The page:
Children's Health

Study: Early Marijuana Use May Increase Brain Damage

Marijuana is shown for sale at the San Francisco Medical Cannabis Clinic in San Francisco, Friday, Oct. 15, 2010. Attorney General Eric Holder says the federal government will enforce its marijuana laws in California even if voters next month make the state the first in the nation to legalize the drug. (AP Photo/Eric Risberg)

Marijuana is shown for sale at the San Francisco Medical Cannabis Clinic in San Francisco, Friday, Oct. 15, 2010. Attorney General Eric Holder says the federal government will enforce its marijuana laws in California even if voters next month make the state the first in the nation to legalize the drug. (AP Photo/Eric Risberg)  (AP)

Smoking marijuana at a young age causes more brain impairment than those who use the drug later in life or not at all, according to a study from McLean Hospital of the Harvard School of Medicine.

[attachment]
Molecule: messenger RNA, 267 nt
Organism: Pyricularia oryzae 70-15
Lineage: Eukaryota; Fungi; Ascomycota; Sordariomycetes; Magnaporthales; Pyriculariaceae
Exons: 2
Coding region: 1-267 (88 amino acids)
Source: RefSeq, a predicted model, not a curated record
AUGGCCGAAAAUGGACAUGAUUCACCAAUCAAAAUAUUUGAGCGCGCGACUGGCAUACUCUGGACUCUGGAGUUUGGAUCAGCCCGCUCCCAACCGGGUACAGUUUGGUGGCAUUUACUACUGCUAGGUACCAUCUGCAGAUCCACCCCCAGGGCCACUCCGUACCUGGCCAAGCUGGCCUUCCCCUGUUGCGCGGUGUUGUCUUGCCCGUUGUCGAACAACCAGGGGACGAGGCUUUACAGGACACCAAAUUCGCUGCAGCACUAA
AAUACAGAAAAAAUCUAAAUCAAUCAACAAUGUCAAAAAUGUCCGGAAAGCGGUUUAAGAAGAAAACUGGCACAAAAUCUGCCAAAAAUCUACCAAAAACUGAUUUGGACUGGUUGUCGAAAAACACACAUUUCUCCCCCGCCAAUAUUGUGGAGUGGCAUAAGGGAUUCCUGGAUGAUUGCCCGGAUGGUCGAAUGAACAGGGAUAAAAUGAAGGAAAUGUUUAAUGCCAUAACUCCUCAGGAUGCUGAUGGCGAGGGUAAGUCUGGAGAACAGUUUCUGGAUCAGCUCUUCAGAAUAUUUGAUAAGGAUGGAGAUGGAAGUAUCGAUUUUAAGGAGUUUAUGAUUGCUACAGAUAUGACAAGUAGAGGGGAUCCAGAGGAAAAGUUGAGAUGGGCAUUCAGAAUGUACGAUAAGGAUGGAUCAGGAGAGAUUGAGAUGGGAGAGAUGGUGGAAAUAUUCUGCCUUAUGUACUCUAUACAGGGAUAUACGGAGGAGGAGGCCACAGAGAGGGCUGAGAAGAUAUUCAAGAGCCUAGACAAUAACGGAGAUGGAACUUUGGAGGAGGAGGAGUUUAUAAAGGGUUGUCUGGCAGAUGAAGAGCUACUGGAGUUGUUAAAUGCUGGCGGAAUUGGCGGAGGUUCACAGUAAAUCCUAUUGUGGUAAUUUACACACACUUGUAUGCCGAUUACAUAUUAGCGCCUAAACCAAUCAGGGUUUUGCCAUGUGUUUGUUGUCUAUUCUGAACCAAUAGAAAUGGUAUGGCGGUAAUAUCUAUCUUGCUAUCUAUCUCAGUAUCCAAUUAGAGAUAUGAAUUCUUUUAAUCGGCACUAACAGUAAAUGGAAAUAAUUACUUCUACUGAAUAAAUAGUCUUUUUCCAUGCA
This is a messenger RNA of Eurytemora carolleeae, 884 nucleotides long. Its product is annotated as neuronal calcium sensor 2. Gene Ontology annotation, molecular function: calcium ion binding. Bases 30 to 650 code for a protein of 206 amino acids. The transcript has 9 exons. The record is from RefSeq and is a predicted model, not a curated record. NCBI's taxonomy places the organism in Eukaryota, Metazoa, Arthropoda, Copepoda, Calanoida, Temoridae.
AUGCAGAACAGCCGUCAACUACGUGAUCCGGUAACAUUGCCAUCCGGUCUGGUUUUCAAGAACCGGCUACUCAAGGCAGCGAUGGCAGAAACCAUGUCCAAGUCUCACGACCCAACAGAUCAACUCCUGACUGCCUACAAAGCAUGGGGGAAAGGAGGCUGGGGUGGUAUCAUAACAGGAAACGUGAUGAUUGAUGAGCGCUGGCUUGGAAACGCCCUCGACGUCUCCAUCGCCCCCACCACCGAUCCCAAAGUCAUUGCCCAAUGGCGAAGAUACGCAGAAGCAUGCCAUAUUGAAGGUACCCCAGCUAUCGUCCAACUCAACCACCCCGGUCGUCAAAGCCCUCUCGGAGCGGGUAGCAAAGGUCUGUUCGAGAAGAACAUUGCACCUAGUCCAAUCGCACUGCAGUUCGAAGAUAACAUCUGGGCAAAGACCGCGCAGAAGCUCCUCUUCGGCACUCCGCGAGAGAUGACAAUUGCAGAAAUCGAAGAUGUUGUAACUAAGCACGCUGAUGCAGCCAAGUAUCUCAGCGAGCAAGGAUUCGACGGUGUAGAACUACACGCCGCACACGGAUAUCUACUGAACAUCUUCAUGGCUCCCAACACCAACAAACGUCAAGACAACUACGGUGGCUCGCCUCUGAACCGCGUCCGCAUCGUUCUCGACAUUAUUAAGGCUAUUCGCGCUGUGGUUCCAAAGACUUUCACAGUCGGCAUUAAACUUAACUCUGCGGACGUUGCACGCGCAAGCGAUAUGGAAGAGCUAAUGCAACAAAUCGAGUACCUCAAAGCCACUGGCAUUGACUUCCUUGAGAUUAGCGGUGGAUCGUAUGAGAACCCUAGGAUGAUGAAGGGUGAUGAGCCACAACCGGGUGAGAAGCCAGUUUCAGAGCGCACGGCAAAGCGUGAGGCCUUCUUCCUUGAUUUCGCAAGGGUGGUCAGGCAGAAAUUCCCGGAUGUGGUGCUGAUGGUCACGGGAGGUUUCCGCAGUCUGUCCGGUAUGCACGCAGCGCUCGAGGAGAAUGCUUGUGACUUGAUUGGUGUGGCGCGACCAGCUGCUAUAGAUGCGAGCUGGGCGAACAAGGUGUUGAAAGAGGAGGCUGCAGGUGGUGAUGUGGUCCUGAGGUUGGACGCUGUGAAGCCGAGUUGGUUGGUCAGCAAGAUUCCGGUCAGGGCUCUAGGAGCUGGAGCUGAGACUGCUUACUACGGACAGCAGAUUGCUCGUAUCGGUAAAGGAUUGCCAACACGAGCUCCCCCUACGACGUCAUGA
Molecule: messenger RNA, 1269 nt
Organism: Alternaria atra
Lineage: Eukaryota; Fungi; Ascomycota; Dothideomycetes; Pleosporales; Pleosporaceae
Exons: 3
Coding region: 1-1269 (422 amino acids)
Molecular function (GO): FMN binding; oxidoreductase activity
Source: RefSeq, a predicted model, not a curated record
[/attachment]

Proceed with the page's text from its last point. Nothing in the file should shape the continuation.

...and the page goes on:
The small study shows that smoking marijuana before the age of 16 leaves individuals with weakened executive function, such as planning, flexibility and abstract thinking.

One of the tests conducted as part of the study included subjects being asked to sort a deck of cards following one set of rules, and then quickly switching to another set of rules without warning. The individuals who started smoking at an early age performed significantly worse than non-users and those who started using marijuana later in life.

In other tests, early marijuana users continued to make the same errors repeatedly.

The study included 33 young marijuana users and 26 non-users.

Previous studies by neuroscientists had shown that those who smoke large amounts of marijuana on a regular basis do not do well on tests of memory and other mental abilities.

Click here to read more on the study from McLean Hospital.